Oragenics cans lead program, a treatment for chemo, radiation side effects

Oragenics is bidding adieu to its lead program, a treatment designed to ward off inflammatory side effects from cancer treatments like chemotherapy and radiation. It’s halting a phase 2 study of the drug and yanking its Investigational New Drug application. The company will pivot its resources to developing a COVID-19 vaccine.

The Tampa, Florida-based company made the call after “further review of new data and other factors” related to the phase 2 trial. It had been developing the treatment, AG013, for oral mucositis, a condition in which the cells lining the gastrointestinal tract break down. This opens the mucus membranes to ulceration and infection, which can make it difficult or impossible for patients to eat.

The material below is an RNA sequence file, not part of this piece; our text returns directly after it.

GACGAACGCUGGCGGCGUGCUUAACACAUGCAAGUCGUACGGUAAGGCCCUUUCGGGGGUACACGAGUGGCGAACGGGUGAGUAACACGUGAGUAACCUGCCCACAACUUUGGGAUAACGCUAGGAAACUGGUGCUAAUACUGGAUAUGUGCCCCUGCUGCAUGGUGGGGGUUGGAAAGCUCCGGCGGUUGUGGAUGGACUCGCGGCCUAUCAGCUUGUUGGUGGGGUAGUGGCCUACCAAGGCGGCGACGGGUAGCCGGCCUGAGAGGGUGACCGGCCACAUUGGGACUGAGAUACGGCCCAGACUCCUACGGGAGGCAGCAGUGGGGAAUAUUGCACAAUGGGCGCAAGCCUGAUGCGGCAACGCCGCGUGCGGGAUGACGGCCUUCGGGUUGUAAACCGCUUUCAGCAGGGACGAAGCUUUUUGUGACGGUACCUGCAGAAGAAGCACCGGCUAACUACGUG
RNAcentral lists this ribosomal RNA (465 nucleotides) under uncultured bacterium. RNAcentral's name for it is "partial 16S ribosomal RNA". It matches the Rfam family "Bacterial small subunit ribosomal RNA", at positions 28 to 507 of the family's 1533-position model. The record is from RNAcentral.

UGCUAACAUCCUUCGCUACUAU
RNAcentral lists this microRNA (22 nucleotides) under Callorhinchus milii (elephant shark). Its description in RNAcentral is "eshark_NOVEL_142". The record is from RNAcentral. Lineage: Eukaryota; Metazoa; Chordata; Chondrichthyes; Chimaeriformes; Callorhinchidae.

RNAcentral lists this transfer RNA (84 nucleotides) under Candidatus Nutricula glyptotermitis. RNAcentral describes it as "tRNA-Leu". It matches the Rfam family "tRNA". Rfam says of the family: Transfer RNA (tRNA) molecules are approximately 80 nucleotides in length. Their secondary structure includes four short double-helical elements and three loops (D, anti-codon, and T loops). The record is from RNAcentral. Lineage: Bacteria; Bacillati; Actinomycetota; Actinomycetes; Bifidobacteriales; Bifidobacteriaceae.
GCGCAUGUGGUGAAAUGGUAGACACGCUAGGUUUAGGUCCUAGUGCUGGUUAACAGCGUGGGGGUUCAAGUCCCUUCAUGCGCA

“Although the Phase 2 AG013 clinical trial demonstrated activity in certain patient populations, the overall lack of efficacy along with other factors, inclusive of strategic product portfolio considerations, led us to the decision to discontinue further development of AG013 under the ECC [Exclusive Channel Collaboration],” said Oragenics CEO and President Alan Joslyn, Ph.D., in a statement.

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In ending the program, Oragenics will also exit a partnership with Precigen—previously Intrexon—which developed the treatment.

Its “portfolio considerations” include work on a COVID-19 vaccine, dubbed TerraCoV2, picked up in its acquisition of Noachis Terra. To get its hands on the candidate, Oragenics ponied up $1.9 million in cash and 9.2 million shares as well as the option for Noachis Terra’s shareholders to buy another 9.2 million shares at $1.25 apiece.

“As we await Biomedical Advanced Research and Development Authority (“BARDA”) and other federal and state non-dilutive grant decisions, we expect to use our available cash to continue development of TerraCoV2, with the goal of bringing this COVID-19 vaccine candidate into human clinical trials by early 2021,” said Joslyn.